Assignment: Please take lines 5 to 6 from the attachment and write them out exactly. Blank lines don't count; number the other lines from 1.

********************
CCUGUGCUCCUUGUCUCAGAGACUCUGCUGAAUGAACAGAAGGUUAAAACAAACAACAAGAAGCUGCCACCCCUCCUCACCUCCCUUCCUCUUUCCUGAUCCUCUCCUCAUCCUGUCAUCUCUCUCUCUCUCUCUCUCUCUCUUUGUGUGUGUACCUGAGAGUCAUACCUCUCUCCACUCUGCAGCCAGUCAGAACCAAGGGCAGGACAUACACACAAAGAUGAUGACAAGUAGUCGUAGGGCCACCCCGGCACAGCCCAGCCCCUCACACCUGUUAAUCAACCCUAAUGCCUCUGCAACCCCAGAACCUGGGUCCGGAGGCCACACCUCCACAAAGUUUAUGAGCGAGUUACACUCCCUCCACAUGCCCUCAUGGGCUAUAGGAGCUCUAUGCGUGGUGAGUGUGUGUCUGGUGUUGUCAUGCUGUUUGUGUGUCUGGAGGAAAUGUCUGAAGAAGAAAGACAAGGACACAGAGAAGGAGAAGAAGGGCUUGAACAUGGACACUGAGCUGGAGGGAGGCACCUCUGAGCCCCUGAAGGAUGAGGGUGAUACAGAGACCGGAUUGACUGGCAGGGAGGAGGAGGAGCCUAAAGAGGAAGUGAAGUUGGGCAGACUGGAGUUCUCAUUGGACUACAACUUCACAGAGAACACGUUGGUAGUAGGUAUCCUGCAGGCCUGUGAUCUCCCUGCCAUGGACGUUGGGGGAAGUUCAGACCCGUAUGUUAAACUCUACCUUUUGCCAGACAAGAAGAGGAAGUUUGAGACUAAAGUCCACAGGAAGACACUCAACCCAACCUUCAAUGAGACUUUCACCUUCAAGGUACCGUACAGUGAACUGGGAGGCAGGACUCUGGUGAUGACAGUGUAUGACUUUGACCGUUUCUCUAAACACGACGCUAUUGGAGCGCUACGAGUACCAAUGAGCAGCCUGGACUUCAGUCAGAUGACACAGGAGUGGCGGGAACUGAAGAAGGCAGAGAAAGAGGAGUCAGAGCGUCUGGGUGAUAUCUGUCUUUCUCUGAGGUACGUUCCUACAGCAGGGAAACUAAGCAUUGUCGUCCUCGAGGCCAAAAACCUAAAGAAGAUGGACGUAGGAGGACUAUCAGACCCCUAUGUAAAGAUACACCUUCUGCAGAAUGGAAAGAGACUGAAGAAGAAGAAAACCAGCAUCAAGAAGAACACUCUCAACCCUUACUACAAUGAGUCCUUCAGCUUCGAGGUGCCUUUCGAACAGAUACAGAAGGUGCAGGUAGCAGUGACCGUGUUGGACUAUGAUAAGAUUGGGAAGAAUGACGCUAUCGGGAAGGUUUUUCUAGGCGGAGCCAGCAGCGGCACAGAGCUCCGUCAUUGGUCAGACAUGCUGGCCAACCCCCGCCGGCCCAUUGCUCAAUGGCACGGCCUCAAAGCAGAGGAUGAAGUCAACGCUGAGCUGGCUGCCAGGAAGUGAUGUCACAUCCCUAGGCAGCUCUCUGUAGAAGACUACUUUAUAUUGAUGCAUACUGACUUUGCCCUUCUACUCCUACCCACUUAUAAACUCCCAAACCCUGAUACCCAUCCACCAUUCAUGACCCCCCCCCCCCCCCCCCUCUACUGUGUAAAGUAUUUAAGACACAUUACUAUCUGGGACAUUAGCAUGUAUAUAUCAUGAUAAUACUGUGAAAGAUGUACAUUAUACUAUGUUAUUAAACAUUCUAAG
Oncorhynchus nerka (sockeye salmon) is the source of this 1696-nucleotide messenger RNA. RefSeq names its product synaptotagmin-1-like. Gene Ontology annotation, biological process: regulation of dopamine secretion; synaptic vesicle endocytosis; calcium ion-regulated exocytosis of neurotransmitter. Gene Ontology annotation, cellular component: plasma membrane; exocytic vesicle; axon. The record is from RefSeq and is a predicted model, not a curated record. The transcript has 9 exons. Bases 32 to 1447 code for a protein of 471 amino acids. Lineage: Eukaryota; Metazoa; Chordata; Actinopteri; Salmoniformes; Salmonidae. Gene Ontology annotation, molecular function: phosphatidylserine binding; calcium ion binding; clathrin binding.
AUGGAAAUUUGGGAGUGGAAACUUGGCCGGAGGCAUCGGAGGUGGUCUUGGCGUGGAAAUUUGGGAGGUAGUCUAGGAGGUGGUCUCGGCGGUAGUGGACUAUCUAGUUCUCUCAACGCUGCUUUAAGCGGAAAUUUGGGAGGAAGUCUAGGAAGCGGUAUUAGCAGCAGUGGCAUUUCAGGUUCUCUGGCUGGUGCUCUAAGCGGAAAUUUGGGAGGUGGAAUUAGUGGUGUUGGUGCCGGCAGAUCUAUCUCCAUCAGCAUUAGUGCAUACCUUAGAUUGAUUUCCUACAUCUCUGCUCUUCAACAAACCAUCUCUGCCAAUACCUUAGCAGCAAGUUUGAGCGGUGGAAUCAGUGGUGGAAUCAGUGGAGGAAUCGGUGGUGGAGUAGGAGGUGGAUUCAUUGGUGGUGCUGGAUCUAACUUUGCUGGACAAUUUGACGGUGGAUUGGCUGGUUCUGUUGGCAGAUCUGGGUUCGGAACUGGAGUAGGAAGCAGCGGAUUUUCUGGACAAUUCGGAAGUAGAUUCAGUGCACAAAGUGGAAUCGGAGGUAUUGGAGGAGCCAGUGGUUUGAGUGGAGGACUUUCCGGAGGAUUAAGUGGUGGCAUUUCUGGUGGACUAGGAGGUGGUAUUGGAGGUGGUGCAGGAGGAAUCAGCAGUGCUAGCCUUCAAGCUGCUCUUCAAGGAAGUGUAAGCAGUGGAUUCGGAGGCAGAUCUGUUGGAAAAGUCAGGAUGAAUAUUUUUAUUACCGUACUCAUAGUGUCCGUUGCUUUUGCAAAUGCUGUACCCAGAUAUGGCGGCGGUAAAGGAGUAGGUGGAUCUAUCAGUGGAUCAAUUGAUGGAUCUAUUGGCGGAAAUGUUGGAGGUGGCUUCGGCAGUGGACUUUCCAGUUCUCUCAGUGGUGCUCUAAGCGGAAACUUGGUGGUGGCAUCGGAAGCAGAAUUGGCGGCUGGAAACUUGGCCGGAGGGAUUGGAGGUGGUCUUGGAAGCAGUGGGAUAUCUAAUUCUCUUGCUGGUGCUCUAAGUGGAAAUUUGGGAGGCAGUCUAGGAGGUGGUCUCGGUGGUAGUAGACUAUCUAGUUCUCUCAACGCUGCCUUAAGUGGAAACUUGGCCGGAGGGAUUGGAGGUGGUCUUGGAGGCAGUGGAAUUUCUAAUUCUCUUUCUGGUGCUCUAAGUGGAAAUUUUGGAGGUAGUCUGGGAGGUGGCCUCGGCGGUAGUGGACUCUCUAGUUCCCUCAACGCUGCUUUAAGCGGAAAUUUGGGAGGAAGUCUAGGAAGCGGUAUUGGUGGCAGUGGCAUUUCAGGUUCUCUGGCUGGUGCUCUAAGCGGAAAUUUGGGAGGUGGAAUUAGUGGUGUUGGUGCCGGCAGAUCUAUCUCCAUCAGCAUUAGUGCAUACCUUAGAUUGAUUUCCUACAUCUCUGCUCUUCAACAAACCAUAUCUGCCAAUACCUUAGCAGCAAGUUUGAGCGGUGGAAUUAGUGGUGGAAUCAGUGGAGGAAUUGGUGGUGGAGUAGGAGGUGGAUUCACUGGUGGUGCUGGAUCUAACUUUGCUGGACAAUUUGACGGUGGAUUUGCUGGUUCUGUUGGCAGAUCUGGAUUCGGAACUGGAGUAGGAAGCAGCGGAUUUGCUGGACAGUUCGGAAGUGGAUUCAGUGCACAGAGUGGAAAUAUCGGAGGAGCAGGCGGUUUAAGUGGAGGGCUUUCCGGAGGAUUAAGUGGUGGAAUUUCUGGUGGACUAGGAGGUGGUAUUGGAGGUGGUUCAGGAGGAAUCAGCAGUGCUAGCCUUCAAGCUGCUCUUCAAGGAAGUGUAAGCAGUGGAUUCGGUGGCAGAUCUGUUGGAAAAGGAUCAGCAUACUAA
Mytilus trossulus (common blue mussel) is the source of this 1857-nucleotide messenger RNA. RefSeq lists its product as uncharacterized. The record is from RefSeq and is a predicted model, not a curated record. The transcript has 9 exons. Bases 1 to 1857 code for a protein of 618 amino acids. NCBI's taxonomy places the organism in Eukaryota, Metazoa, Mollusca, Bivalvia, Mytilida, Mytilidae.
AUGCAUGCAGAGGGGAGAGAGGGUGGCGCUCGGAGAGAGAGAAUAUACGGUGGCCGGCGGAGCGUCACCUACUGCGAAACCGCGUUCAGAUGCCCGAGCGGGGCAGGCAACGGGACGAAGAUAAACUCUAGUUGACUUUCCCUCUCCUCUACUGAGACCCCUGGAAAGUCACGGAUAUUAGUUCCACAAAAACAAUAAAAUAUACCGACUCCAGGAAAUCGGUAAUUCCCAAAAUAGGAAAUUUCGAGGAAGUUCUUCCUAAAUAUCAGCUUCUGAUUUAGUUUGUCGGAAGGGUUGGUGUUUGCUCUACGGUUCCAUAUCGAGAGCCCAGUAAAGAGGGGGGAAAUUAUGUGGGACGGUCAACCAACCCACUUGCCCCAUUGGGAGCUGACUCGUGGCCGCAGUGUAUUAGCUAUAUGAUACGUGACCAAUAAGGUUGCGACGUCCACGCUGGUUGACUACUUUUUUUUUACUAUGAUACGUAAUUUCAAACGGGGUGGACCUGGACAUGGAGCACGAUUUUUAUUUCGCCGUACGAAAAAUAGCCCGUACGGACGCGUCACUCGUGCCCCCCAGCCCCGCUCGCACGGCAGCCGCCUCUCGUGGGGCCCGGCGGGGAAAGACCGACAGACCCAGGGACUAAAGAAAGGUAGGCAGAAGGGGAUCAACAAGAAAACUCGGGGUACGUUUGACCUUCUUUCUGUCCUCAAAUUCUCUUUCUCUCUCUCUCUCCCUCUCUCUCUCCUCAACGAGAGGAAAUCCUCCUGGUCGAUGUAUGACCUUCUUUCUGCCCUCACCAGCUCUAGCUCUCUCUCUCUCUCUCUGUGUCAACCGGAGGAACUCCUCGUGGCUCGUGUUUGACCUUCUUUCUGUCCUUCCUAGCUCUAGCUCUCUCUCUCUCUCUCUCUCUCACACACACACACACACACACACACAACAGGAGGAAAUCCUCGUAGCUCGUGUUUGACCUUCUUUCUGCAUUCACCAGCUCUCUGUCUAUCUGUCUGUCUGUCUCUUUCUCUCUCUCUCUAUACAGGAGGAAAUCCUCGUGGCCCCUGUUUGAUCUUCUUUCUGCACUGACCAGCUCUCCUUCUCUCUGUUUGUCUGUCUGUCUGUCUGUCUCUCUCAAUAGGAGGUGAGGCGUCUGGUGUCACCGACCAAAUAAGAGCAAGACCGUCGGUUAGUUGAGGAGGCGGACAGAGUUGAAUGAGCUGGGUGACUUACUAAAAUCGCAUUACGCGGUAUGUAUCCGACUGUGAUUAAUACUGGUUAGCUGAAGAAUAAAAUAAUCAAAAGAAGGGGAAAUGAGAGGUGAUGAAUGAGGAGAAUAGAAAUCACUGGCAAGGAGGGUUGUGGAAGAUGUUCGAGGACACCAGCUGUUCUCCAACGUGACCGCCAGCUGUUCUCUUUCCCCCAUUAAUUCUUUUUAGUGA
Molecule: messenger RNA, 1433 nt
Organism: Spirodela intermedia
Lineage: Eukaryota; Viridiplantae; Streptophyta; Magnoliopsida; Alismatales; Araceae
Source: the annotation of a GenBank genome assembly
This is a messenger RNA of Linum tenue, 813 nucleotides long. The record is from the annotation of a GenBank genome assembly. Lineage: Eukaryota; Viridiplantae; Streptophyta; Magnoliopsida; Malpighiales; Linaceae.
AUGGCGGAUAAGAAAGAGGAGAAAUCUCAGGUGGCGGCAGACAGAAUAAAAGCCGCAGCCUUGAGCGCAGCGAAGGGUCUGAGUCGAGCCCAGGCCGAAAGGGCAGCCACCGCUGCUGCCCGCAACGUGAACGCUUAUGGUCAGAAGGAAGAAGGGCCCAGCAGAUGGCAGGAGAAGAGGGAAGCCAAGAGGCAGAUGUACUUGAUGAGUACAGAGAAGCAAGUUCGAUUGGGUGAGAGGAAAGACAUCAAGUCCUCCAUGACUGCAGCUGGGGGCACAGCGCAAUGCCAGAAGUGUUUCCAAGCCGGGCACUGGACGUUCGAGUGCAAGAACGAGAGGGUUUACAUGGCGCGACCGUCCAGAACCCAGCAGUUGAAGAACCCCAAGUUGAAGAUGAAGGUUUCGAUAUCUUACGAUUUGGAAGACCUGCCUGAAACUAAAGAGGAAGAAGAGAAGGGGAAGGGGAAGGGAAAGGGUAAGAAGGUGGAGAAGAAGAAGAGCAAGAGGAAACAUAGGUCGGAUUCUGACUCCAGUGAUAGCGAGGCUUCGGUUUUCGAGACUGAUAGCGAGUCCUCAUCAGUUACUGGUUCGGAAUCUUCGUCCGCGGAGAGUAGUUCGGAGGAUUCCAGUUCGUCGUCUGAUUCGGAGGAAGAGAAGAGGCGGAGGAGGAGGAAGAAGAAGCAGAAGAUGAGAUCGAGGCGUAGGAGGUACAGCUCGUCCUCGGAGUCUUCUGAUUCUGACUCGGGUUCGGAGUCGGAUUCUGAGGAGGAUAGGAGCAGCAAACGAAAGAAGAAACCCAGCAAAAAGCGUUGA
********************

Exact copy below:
AUGCAUGCAGAGGGGAGAGAGGGUGGCGCUCGGAGAGAGAGAAUAUACGGUGGCCGGCGGAGCGUCACCUACUGCGAAACCGCGUUCAGAUGCCCGAGCGGGGCAGGCAACGGGACGAAGAUAAACUCUAGUUGACUUUCCCUCUCCUCUACUGAGACCCCUGGAAAGUCACGGAUAUUAGUUCCACAAAAACAAUAAAAUAUACCGACUCCAGGAAAUCGGUAAUUCCCAAAAUAGGAAAUUUCGAGGAAGUUCUUCCUAAAUAUCAGCUUCUGAUUUAGUUUGUCGGAAGGGUUGGUGUUUGCUCUACGGUUCCAUAUCGAGAGCCCAGUAAAGAGGGGGGAAAUUAUGUGGGACGGUCAACCAACCCACUUGCCCCAUUGGGAGCUGACUCGUGGCCGCAGUGUAUUAGCUAUAUGAUACGUGACCAAUAAGGUUGCGACGUCCACGCUGGUUGACUACUUUUUUUUUACUAUGAUACGUAAUUUCAAACGGGGUGGACCUGGACAUGGAGCACGAUUUUUAUUUCGCCGUACGAAAAAUAGCCCGUACGGACGCGUCACUCGUGCCCCCCAGCCCCGCUCGCACGGCAGCCGCCUCUCGUGGGGCCCGGCGGGGAAAGACCGACAGACCCAGGGACUAAAGAAAGGUAGGCAGAAGGGGAUCAACAAGAAAACUCGGGGUACGUUUGACCUUCUUUCUGUCCUCAAAUUCUCUUUCUCUCUCUCUCUCCCUCUCUCUCUCCUCAACGAGAGGAAAUCCUCCUGGUCGAUGUAUGACCUUCUUUCUGCCCUCACCAGCUCUAGCUCUCUCUCUCUCUCUCUGUGUCAACCGGAGGAACUCCUCGUGGCUCGUGUUUGACCUUCUUUCUGUCCUUCCUAGCUCUAGCUCUCUCUCUCUCUCUCUCUCUCACACACACACACACACACACACACAACAGGAGGAAAUCCUCGUAGCUCGUGUUUGACCUUCUUUCUGCAUUCACCAGCUCUCUGUCUAUCUGUCUGUCUGUCUCUUUCUCUCUCUCUCUAUACAGGAGGAAAUCCUCGUGGCCCCUGUUUGAUCUUCUUUCUGCACUGACCAGCUCUCCUUCUCUCUGUUUGUCUGUCUGUCUGUCUGUCUCUCUCAAUAGGAGGUGAGGCGUCUGGUGUCACCGACCAAAUAAGAGCAAGACCGUCGGUUAGUUGAGGAGGCGGACAGAGUUGAAUGAGCUGGGUGACUUACUAAAAUCGCAUUACGCGGUAUGUAUCCGACUGUGAUUAAUACUGGUUAGCUGAAGAAUAAAAUAAUCAAAAGAAGGGGAAAUGAGAGGUGAUGAAUGAGGAGAAUAGAAAUCACUGGCAAGGAGGGUUGUGGAAGAUGUUCGAGGACACCAGCUGUUCUCCAACGUGACCGCCAGCUGUUCUCUUUCCCCCAUUAAUUCUUUUUAGUGA
Molecule: messenger RNA, 1433 nt